When thinking about improving your company’s service culture, it’s also a good idea to take a look at your overarching company culture.
Do you know what your company culture is like? Is it defined?
Company culture can evolve over a long time, through the actions of its founding members and the people they hire. If there is not a concerted effort to develop a company’s culture at its outset, it will be naturally and unconsciously formed over time.
This is why a lot of business owners and managers can find themselves looking around at a company culture they don’t remember creating, and thinking: how did we get here?
As a service provider, it’s your responsibility to maintain a create for our customers within your company. But equally important is your company culture.
If you’ve found yourself in a position where you are thinking it’s time to change your company culture, but don’t know where to start, I’ve compiled a list here of thirteen questions to ask yourself before you initiate a culture change program.
Make sure to write down the answers to these questions on a sheet of paper or your computer, so you can refer back to them if you feel you’re losing track.
If you’re not sure where you are now, how can you know where you’re going?
Thirteen questions to consider before you start a company or service culture change.
1. Why do we want to initiate this change? What is spurring it? What do we want that we are currently lacking? What do we have now that we definitely want to change?
2. How will we know when we’ve succeeded? What will the company look like—what will we see and hear, specifically, that we are not seeing and hearing today? What will we no longer see and hear, that is present now?
3. How will we track our progress, which systems will we set in place to measure our results?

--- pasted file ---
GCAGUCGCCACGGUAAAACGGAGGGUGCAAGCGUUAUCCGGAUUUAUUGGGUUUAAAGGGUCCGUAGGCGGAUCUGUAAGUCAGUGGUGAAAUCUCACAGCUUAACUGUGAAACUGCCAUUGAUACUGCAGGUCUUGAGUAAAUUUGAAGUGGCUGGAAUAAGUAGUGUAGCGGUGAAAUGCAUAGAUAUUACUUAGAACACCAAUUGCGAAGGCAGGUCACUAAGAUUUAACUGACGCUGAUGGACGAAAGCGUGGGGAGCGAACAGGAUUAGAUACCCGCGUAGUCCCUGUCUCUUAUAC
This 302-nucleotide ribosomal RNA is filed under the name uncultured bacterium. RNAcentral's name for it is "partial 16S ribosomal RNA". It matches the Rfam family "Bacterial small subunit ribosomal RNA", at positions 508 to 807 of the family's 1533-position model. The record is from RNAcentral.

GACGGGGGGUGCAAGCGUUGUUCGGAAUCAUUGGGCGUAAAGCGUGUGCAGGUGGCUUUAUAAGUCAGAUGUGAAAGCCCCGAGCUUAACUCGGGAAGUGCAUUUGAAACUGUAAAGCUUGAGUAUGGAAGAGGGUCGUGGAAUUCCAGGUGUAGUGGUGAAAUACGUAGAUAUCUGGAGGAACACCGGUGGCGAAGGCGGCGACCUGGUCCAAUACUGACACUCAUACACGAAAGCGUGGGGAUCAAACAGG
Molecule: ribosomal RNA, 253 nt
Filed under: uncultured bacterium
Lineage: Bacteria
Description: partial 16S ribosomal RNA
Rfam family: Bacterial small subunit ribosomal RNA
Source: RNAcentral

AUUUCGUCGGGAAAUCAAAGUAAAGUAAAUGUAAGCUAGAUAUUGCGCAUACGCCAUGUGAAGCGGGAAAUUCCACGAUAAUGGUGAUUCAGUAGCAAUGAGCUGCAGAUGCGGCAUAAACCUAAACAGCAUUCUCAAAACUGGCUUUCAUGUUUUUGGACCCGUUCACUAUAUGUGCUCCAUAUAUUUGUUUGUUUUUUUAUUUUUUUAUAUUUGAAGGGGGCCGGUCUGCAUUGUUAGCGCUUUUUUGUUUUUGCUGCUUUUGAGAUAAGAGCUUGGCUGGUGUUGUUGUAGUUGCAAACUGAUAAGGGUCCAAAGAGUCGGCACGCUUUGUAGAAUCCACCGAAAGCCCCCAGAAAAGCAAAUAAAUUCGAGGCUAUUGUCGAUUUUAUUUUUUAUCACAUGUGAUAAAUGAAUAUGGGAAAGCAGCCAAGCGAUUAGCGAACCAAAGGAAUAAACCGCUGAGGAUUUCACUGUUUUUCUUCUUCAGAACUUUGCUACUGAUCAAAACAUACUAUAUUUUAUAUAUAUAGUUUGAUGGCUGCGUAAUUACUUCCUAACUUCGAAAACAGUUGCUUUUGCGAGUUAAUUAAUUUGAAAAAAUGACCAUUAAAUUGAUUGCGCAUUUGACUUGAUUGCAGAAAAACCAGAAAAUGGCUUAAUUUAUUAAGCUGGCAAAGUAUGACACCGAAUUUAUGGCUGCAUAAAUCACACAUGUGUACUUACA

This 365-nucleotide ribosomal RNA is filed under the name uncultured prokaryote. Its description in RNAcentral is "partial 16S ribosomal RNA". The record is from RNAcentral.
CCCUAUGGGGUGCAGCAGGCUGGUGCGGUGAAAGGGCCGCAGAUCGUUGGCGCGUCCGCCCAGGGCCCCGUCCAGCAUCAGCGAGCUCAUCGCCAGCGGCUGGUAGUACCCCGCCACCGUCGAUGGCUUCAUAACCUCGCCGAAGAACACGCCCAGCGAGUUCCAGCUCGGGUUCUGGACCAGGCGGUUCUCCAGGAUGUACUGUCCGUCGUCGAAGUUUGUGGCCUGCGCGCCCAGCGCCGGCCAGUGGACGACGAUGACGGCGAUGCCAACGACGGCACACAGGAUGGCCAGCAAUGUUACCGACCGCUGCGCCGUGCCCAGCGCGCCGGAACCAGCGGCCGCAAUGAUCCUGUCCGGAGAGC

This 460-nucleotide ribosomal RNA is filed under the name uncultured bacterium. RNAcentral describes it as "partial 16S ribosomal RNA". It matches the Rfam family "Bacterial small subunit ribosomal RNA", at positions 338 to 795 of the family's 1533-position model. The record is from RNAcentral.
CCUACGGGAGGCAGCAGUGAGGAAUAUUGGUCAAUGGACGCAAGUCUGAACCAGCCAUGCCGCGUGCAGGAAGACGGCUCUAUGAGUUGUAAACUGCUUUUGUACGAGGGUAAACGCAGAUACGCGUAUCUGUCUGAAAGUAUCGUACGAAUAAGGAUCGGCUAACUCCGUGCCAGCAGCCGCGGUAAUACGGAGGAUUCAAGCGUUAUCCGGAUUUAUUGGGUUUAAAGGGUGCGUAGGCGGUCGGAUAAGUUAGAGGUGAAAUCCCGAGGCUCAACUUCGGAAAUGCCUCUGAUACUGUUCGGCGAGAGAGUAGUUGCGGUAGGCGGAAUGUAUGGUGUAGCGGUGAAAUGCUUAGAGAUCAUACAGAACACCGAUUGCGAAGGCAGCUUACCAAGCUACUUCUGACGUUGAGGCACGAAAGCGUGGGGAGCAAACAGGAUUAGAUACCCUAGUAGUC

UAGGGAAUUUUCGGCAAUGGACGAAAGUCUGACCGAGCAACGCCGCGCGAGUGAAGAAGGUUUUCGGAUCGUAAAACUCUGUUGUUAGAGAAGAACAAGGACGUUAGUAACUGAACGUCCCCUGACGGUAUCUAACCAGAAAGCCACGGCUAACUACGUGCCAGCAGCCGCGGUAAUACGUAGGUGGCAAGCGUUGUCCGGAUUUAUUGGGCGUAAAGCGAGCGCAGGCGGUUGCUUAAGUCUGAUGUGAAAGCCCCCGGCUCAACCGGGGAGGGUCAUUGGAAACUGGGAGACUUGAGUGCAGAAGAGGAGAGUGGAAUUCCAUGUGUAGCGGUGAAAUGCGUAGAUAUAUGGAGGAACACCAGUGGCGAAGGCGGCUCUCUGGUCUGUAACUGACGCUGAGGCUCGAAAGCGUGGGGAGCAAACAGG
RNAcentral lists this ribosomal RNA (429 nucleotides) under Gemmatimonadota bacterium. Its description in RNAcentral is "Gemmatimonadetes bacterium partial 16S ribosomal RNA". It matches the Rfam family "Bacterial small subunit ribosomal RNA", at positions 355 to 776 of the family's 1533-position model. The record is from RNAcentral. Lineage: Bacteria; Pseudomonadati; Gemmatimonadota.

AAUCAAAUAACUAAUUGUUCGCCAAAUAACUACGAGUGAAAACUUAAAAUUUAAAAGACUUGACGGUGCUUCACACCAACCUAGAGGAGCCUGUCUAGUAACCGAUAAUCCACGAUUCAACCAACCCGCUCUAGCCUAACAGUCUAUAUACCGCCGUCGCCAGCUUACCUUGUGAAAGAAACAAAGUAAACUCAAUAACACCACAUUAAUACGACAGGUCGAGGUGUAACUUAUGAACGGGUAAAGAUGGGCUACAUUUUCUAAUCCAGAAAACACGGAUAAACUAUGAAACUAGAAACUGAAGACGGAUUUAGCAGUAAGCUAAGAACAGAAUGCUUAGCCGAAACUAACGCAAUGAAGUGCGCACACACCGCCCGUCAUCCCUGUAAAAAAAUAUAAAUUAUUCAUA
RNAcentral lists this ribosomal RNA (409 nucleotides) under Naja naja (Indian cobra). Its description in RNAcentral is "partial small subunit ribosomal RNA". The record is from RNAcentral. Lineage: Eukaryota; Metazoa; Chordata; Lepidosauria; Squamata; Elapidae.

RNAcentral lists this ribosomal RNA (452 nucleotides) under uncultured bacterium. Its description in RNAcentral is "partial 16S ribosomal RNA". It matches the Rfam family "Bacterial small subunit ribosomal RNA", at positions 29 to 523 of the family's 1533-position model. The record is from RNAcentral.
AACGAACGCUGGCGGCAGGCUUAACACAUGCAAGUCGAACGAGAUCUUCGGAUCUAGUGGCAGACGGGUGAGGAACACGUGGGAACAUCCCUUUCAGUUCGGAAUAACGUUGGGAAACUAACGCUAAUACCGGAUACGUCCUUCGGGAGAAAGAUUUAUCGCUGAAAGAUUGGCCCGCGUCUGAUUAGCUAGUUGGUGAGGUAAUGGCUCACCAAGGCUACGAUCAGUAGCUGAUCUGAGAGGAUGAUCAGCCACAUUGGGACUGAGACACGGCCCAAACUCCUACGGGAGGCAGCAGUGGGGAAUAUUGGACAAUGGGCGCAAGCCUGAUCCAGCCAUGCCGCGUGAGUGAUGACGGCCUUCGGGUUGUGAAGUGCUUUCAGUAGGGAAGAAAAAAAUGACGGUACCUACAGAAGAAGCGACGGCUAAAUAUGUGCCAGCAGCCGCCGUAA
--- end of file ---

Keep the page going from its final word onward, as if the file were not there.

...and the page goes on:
4. What is the business value of this change? What strategic advantage do we seek to achieve? What is the intended financial impact of this change?
5. What value will this culture change create for our customers? How will our customers notice and experience this change? How will they communicate their experiences?
6. What value will this culture change create for our team members? How will our employees and partners notice and experience this change? How will they communicate their experiences?
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7. What is the risk of not making this change? If we continued with our current culture, what would be the consequence?
8. What about our leadership team? As they are the ones who will be implementing this change, how committed are they to it? How do we assess this commitment? If the team is not fully committed now, what do we need to do to make it happen?
9. What is our time frame for implementing this culture change project? What’s the deadline? When do we evaluate? Are these goals realistic?
10. What is our roadmap for implementation?
11. What are our internal resources and support for this project? Are they sufficient to achieve our intended goals and results?
12. What external resources will we need to pull in for this project? Are we clear on our intentions around including external resources? What investment will be involved? And how will we measure the value we receive, against this cost?
13. What other organizations similar to ours have succeeded in such culture change projects? What can we learn from studying them?
Once you address these questions and write down and address your answers, you will have a better idea of the roadmap you need to draw to achieve the culture change you are desiring for your company.
In turn, your service culture will improve too, as everyone adapts to new mindsets and processes.
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